By Sherry Smith
Sherry Smith is director of business development for data and consulting company The Edge Retail Academy. She can be reached at
Hello, I hope this finds you staying well, both physically and mentally, amid all the uncertainty surrounding the spread of COVID-19.

In this month’s column, we’re going to examine the performance of independent jewelers in the 12-month rolling period ended Jan. 30, and then dive into their performance in a category that’s become more challenging in recent years—loose diamonds.

Overall, jewelers showed an increase of 4.8 percent in gross sales year-over-year. This follows a strong January 2019, which had an 11 percent increase in gross sales.

Gross profit dollars were also up, climbing 4.8 percent.

The number of units sold slipped 5 percent, while gross margin held steady at 46.1 percent and the average retail sale grew 10 percent, from $304 to $335.

Meanwhile, loose diamonds showed a 2.1 percent increase in gross sales, a 2 percent increase in gross profit dollars and a 4.9 percent increase in average retail sale in the 12-month rolling period.

Of the $2 billion in total aggregated sales data from the independent channel collected by The Edge Retail Academy, the loose diamond category represents 13 percent of total revenues and 10 percent of total annual gross profit dollars.

This makes loose diamonds the single most important category for independents.

I’ve saved the best on loose diamonds for last—the gross margin. This is such a hot topic and, no doubt, I am opening Pandora’s box by mentioning it.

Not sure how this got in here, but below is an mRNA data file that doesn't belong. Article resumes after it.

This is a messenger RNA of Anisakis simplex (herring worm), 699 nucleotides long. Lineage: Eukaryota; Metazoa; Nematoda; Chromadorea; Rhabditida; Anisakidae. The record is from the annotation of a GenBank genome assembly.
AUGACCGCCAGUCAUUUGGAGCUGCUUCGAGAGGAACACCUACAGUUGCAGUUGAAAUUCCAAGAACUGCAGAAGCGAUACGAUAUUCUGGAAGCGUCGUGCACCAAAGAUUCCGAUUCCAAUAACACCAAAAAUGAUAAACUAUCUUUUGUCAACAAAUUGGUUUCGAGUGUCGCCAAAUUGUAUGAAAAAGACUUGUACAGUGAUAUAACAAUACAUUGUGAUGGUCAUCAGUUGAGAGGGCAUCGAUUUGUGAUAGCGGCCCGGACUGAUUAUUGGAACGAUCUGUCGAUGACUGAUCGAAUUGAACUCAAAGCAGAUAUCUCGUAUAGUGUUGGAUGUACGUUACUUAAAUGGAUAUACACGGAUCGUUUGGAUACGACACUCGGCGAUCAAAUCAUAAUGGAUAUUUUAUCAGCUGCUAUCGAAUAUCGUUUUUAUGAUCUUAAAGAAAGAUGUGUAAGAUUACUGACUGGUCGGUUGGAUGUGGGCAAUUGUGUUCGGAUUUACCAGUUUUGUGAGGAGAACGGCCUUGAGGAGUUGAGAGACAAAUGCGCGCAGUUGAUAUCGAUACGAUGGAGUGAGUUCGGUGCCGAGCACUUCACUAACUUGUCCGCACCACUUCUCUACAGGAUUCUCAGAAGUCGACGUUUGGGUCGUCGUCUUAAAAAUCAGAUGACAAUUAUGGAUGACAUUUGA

I must admit, it is very interesting to see retailers’ and vendors’ reactions to the actual gross margin being achieved.

Vendors tend to be surprised by how low the actual gross margin is, while retailers are surprised that retailers are getting that high of a margin. It’s all about perspective.

Let’s break down loose diamond gross margin by region: Midwest – 38.8 percent; Northeast – 32.7 percent; South – 37 percent; Southeast – 35.9 percent; and the West – 38 percent.

It’s not surprising to see the Midwest with the highest gross margin, given that the region tends to be more rural, just as it’s not a shock to see the Northeast, where it’s more densely populated and there is more competition, with the lowest.

Nonetheless, there are lots of contributing factors to the gross margin of loose diamonds: attempting to match online pricing, selling loose as a commodity, removing the emotional part of the purchase, the entry of lab-grown diamonds into the market in larger quantities, etc.

In any case, it’s worth noting that most research continues to show it’s all about the experience.

After all, the purchase of a loose diamonds is, in most cases, made to mark a momentous occasion in customers’ lives that should be celebrated.

Sherry Smith is director of business development for data and consulting company The Edge Retail Academy. In her role, Smith works with wholesalers, brands and retail stores on business mentoring, and data analysis and aggregation. She can be reached at This email address is being protected from spambots. You need JavaScript enabled to view it..

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Since 1906, National Jeweler has been the must-read news source for smart jewelry professionals--jewelry retailers, designers, buyers, manufacturers, and suppliers. From market analysis to emerging jewelry trends, we cover the important industry topics vital to the everyday success of jewelry professionals worldwide. National Jeweler delivers the most urgent jewelry news necessary for running your day-to-day jewelry business here, and via our daily e-newsletter, website and other specialty publications, such as "The State of the Majors." National Jeweler is published by Jewelers of America, the leading nonprofit jewelry association in the United States.